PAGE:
Air Transport World

Prosperity postponed: last year it was war and SARS, this year it's fuel and capacity. When will the US industry return to profit?(Finance)

The 10 US Major airlines combined to lose $1.6 billion in the first quarter of 2004, somewhat improved from the $1.9 billion loss posted by the group in the year-ago period but a hugely disappointing beginning to what was expected to be a turnaround year for the industry. The challenge this time was not terrorist fears spawned by war, or a heretofore unknown disease, but the more mundane issues of fuel and overcapacity that more than offset the underlying recovery in the domestic economy. In particular, low-cost carriers are challenging in the transcon market and the legacy airlines are making their stand.

The hole in which the industry finds itself is illustrated by the fact that in aggregate, operating revenues rose 10.3% during the period, which represented the strongest year-over-year improvement since 1999-00, while operating expenses--in spite of record high fuel prices--declined 0.5%, yet the group still posted an operating loss of $960 million. Furthermore, turnover remains about 9% below industry revenues for the 2001 first quarter, a period in which the 10 lost $743 million before interest and taxes.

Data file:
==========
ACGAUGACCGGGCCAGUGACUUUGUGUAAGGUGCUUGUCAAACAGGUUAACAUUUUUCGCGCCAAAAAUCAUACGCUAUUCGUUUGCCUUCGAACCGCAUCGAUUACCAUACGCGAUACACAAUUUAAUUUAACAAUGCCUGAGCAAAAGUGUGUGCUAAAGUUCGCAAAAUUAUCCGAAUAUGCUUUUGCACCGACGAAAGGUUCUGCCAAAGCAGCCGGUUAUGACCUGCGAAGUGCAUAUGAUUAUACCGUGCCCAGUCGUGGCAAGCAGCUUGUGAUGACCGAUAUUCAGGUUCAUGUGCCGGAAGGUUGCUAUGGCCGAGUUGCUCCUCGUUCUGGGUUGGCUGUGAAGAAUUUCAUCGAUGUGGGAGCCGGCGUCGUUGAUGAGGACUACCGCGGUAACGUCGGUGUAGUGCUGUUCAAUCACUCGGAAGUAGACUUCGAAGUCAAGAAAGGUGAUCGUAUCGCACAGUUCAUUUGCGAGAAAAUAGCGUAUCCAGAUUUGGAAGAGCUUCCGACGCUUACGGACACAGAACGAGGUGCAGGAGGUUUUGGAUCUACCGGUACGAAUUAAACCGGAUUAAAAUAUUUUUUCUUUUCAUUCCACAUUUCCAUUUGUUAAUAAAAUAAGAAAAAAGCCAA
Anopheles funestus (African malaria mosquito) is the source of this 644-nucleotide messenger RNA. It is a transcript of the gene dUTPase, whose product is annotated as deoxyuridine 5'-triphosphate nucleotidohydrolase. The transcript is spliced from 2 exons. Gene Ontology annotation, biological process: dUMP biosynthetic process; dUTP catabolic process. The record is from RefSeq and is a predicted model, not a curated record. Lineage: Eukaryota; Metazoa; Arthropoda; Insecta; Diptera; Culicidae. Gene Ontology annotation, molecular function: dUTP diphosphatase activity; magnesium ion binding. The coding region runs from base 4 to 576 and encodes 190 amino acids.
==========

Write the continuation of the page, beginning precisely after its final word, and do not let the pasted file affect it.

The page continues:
In the just-ended quarter, Southwest Airlines (of course), and America West Airlines were the only Majors to report net profits. AWA embraced a low-fare pricing model two years ago, having always enjoyed a significant cost advantage over larger network carriers (see article, p. 34).

American Airlines was the most improved among the Big Six network airlines. Riding a 16.7% year-over-year reduction in mainline unit costs, parent AMR Corp. reported that it achieved an operating profit of $42 million for the quarter compared to an operating loss of $844 million last year excluding special charges. The improved operating performance carried through to the bottom line as AMR narrowed its net loss for the period to $166 million from $1. …

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